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Hi all,

First post here, and I'm pretty new to AP, just picked up a Star Adventurer mount a couple months ago and have been happily playing around with it with DSLR and various lenses and a 72mm Sky-Watcher refractor.  I'm new to the whole setup process, and I'm trying to do a decent job of leveling the tripod/mount, polar alignment, and I should probably think more about balancing the weight of things.  I've gotten some decent shots, like 60-120 second subs with up to 300mm lens.  My last time out I was getting star trails at 200mm and 15 second exposures, which could have been just a sloppy polar alignment, but today out of curiosity I looked through the polar scope and rotated the RA axis 360 degrees, and I saw that the target circle jumped a few times.  I'm guessing that the target circle should appear not to move while the numbers 3, 6, 9, 12 would rotate around as I rotate the RA axis.  So my guess is that the polar scope would need to be calibrated?

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If you get the "Polar Align" app you will see a diagram for the SA.

It has reticules for all the major eq mounts including ours. I use it all the time to precisely align my mount. See if that works before making adjustments.

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6 hours ago, stevebeukema said:

I saw that the target circle jumped a few times

Hi. I don't have an SA but I do have an NEQ6Pro and I generally start an imaging session by placing the pole star at the crosshair interesection in the polarscope. I then rotate the RA axis and check it stays in the centre so I am reassured the polarscope is aligned correctly with the mount. I've never seen the phenomena you are describing. (The main reason I centre the pole star is to make sure it is also centred in my imaging scope/camera lens and everything is pointing in the same direction - one of the many disadvantages of having to set-up/strip-down for every imaging session!). Once I'm happy everything is aligned I then use an iPhone app to position the pole star in the correct position on the setting circle.

An SA expert is bound to pop up soon but I would suggest something is a little amiss with the mount :( .  I'm pretty sure the target circle should not jump around.

Adrian

Edited by Adreneline
Typo corrected.

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Yes that sounds right - if you set up during the day on a distant object like a telegraph pole or chimney or pylon or something as a guide. Level the cross hairs in a target then slowly spin the reticule through 180 degrees - if it’s not bang on target then it needs adjusting fractionally. There’s a few good YouTube videos but the star Adventurer manual explains it pretty well actually.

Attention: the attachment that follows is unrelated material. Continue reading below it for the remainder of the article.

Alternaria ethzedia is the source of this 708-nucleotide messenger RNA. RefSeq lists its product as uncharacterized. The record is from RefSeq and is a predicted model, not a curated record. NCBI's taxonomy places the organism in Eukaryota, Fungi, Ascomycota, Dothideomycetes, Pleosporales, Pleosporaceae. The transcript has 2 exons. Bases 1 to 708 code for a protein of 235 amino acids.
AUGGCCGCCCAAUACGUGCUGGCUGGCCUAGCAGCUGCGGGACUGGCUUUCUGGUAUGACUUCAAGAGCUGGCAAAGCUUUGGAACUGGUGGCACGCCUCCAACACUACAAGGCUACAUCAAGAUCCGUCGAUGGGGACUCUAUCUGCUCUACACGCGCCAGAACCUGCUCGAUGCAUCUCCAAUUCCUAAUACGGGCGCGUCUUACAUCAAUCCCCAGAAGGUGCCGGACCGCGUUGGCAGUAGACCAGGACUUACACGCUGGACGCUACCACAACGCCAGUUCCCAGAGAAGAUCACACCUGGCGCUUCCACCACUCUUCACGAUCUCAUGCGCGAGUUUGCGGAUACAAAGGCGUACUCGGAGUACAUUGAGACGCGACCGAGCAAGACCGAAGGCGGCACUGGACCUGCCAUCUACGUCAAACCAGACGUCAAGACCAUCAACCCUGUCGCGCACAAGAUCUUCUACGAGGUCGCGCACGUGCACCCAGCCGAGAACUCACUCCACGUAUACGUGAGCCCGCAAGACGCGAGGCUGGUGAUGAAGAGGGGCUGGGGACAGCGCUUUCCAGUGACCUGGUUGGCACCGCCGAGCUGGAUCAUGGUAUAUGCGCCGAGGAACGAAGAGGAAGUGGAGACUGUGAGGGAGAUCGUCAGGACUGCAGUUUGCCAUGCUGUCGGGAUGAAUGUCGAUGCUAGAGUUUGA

the best piece of advice I can give is to use the optional counterweight shaft and arm - purely because it has a hole in the middle that allows you to recheck your alignment after you’ve added your equipment - mine had a tendency to “sag” slightly after I’d put my camera on. 

But don’t be disheartened- what you’re achieving already is pretty good without guiding.

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Hi Steve,

Thanks for posting. As Adreneline mentions you will need to check the Star Adventurer (SA) reticule cross hair remains central while you rotate the RA axis, all this is explained in the manual. I found mine was fine out of the box. You may also be experiencing movement from your tripod set up. I first tried a heavy duty photographic tripod but it had some spring in use so now use an old Celestron Alt-Az mount with a 3kg house brick in the eyepiece tray to improve rigidity. Never got on with the wedge, very coarse and jumpy in operation. I'd have thought you should get more lengthy exposures from a 300mm lens, the maximum I've obtained has been three minutes. I find if you complete the polar alignment routine on either a division on the polar reticule, i.e. 0, 10, 20, 30, 40 or 50 minutes (or the half way point in between) improves the alignment. One of these-https://www.darkframeoptics.com/product/polarite-right-angled-polarscope which has a magnify capability allows the reticule to fill almost the entire view and so aid accuracy.